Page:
October 25

How the Pandemic Changed Video Viewing Habits

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The pandemic changed many things about our lives, including the way we consume media. With shops, cinemas, restaurants, and everything else closed for months at a time, we were forced to entertain ourselves at home. And most of us turned to our screens for that entertainment. 

Between baking loaves of bread and buying up outdoor equipment, we watched videos. A lot of videos. 

Video views on Wistia nearly doubled in the second quarter of 2020 compared to the same time the previous year. 

YouTube also saw an increase in view time, with videos about sourdough soaring in views as people embraced their inner baker. Self-care videos also saw an increase, as did museum tour videos.  

At the same time, ultra-short videos rose in popularity, thanks mainly to the rise of TikTok and Instagram’s copycat version, Reels. 

While consumers were busy watching more videos than ever, businesses got to work making videos for matching that demand. It was partly out of necessity. With physical locations closed, many businesses turned to video as a way to maintain contact with customers. In fact, 86% of businesses say video is part of their marketing efforts. 

As businesses ramped up their video efforts, they were received by a captive audience who, during periods of lockdown, had very little else to do. 

But they could shop online. And boy, did people shop. In the United States, eCommerce sales were up 32% in 2020. And in the first quarter of 2021, they were up another 39%. 

Shoppable video, which is video with embedded links to buy products, rose in popularity during the pandemic.

And influencers also helped to push this surge in online shopping, mainly through social media videos (like Instagram Stories) talking about products they like. 

It wasn’t just YouTube and social media that benefited from eyes tired of looking at the same four walls. Streaming services also saw an uptick in subscribers. Nearly a quarter of Americans added a streaming service during the pandemic. And most subscribe to four different streaming services. In Canada, visits to streaming video services increased by 22% during the pandemic. 

It’s safe to say that streaming video services have firmly taken root in Canada. As you would expect, the younger generations are more accepting of this new way of watching TV. The numbers go up as the ages go down – 82% of Millenials, 70% of Gen X, and 51% of Baby Boomers subscribe to streaming services.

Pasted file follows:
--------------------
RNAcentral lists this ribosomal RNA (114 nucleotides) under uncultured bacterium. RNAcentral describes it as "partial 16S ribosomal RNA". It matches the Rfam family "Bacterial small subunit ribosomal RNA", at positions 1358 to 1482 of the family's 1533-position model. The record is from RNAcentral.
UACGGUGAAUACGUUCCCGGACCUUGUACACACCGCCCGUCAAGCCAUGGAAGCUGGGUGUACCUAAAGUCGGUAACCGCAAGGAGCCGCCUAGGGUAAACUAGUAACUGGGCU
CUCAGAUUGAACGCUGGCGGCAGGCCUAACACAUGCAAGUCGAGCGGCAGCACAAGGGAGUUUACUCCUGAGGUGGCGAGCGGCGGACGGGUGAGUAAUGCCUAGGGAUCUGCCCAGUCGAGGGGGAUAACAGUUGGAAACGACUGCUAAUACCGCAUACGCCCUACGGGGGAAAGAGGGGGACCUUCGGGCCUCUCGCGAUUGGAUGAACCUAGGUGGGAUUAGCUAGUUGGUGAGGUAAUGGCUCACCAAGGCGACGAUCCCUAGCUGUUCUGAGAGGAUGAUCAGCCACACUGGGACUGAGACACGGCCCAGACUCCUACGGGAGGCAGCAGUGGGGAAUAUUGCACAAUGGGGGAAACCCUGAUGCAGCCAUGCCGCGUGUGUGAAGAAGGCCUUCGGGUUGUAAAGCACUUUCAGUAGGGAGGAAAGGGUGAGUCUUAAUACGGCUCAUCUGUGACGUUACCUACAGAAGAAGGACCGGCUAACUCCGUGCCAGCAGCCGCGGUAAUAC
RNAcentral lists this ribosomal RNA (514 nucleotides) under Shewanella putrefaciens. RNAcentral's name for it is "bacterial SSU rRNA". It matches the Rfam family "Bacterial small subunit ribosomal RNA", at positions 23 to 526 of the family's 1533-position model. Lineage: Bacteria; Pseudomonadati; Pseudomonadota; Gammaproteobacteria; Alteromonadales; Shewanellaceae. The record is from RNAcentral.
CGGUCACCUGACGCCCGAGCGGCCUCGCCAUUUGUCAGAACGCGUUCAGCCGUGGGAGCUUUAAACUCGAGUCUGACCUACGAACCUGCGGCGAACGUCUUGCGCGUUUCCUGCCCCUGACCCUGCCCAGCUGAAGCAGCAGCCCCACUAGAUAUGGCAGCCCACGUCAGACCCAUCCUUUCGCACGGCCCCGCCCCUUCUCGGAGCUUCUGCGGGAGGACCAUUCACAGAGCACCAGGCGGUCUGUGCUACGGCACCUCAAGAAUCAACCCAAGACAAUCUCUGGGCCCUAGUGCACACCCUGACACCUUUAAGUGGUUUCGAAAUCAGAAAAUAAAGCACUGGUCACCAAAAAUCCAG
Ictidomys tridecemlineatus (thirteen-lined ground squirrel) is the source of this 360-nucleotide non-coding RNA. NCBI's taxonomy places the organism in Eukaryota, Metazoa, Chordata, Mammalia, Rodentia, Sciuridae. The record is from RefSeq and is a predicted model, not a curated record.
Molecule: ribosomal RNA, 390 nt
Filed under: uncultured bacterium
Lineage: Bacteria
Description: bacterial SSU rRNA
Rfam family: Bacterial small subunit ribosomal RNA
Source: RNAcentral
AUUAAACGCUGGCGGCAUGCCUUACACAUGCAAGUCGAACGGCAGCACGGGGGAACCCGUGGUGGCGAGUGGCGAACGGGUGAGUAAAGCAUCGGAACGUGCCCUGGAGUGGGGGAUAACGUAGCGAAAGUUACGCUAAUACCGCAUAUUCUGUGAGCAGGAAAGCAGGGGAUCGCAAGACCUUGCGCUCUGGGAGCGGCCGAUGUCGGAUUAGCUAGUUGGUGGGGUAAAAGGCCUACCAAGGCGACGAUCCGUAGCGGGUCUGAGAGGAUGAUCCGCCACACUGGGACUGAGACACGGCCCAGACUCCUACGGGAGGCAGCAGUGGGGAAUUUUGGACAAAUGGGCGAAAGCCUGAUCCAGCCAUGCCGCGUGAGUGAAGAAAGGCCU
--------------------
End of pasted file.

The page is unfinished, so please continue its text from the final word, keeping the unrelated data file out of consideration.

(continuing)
YouTube is still firmly among the top destinations for video watching in Canada. We claim the title of most dedicated viewers, with Canadians watching on average 360 minutes of video each per month. During the pandemic, Canadians spent, on average, 4.5 hours a day watching videos and listening to music online. 

So what did people watch when the world went into lockdown?

Sourdough bread videos. A lot of sourdough bread videos. But then our focus turned to the rest of the kitchen, and we started watching more cooking videos in general. The graph of video views shows a sharp spike in cooking video views. But not just in Canada. This interest in cooking videos was global. YouTube calls it “highly unusual” to have similar viewing behaviour happening at the same time globally. 

Being separated from each other made us, collectively, find ways to connect virtually. And, again, people turned to video to find this connection. On YouTube, videos tagged “#withme” saw a 600% increase in views during the pandemic. These videos have the feel of just hanging out with a person, pointing to our need to feel human contact, even if it is through a screen. 

Now, as vaccination levels increase and things open up, the big question is whether or not these new video viewing habits will stick. Only time will tell. 

What are your thoughts? Do you think people will stop watching as much video now that life is slowly returning to normal? Let us know in the comments.


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video viewing habits


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